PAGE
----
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Unread 12-11-2021, 11:10 AM   #166
arnav
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So while you semi-remember what I am doing does this plan make sense and up to code?
I think it is? I do need to update the diagram to show the liner below the CBU on the left as oppose to above.

Originally Davy thought I can do something like this (and he was kind enough to draw a diagram for me): https://www.johnbridge.com/vbulletin...1&postcount=68
However, I realized i don't have enough height for it. Do you see an issue in not having a mud curb like in Davy's drawing and placing the glass directly on the slope?
Please see the attached. The finished threshold will be 1.5" above the drain.

Many thx!
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Unread 12-13-2021, 10:49 AM   #167
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I don't know how you're going to be able to fasten that little "lip" of liner on the left to the top of the CBU. And since the liner is kind of thick (compared to a sheet membrane, it will create a bump, and of course thinset mortar isn't going to stick to it. You might consider doing this with a single slope mud bed and using a sheet membrane for the water proofing, along with a compatible drain assembly.

Setting the glass on the slope might be a challenge for either the clips or the channel the glass will be in. The glass will be perfectly plumb but the clips/channel will be tilted.
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Unread 12-13-2021, 03:31 PM   #168
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Quote:
Originally Posted by ss3964spd
I don't know how you're going to be able to fasten that little "lip" of liner on the left to the top of the CBU. And since the liner is kind of thick (compared to a sheet membrane, it will create a bump, and of course thinset mortar isn't going to stick to it.
Yeah, that was a small oversight in the diagram. The intention is to put it between the ply and the CBU not over the CBU. The ply can be notched a little to account for the liner.

Quote:
Originally Posted by ss3964spd
Setting the glass on the slope might be a challenge for either the clips or the channel the glass will be in. The glass will be perfectly plumb but the clips/channel will be tilted.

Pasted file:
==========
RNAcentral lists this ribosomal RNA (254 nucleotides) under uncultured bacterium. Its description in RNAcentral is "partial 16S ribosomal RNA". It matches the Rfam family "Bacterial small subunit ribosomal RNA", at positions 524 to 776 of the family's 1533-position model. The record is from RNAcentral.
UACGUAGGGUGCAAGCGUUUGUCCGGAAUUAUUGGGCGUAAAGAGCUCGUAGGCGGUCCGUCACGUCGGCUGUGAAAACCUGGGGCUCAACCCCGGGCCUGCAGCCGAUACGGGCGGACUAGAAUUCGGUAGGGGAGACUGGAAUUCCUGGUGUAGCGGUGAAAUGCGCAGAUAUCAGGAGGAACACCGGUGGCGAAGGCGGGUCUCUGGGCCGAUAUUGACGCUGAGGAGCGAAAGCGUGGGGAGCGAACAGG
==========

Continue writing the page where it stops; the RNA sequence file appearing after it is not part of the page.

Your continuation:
So what slope should I aim for? I learned from this forum that all surfaces should be pitched towards the drain. Just create a bit of a shallower slope for the first two/three inches by the glass as if it was a curb that is pitched towards the drain?

Thx for the help
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Unread 01-13-2022, 05:44 PM   #169
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Hi,

Hopefully everyone is doing well.

I need to put down two layers of sub-floors both 3/4" BC ply (thick i know) over a small 63" x 68" area with joists 14" O.C (overkill, i know).

1. Should both sub-floor layers be perpendicular to the joists or should the 2nd layer be perpendicular to the first layer?

2. For such a small area, can i use the width of a full sheet (4') and cut to size for the reminder (14.5")?

Thx!
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Unread 01-13-2022, 06:49 PM   #170
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You made your joists 14" on center?

1. All layers of structural subflooring must be oriented with the face grain perpendicular to the joists.

2. If you're not considering the second layer to be structural, you could fill in with whatever you like.

My opinion; worth price charged.
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Unread 01-13-2022, 07:12 PM   #171
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Many thx! that helps.

Quote:
Originally Posted by cx
You made your joists 14" on center?
Yeah, it worked best given some plumbing that were in the way.

I'll post pics when the subfloor is installed this weekend to catch up the thread onto the latest progress.

Thx again
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Unread 01-18-2022, 04:25 PM   #172
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As promised, the next few posts are to catch up the thread onto the latest progress (and a few questions at the very end). Apologies for spamming my own thread, but I haven't posted the progress in a while.

First up is the rough-in for the tub (delta R4700-FL).
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Unread 01-18-2022, 04:30 PM   #173
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The shower valve (Delta R10000-UNBX). I had to use a few more elbows than I really wanted to since the valve had to be deeper than the face of the cinder-blocks wall when taking the thickness of the tiled wall into consideration.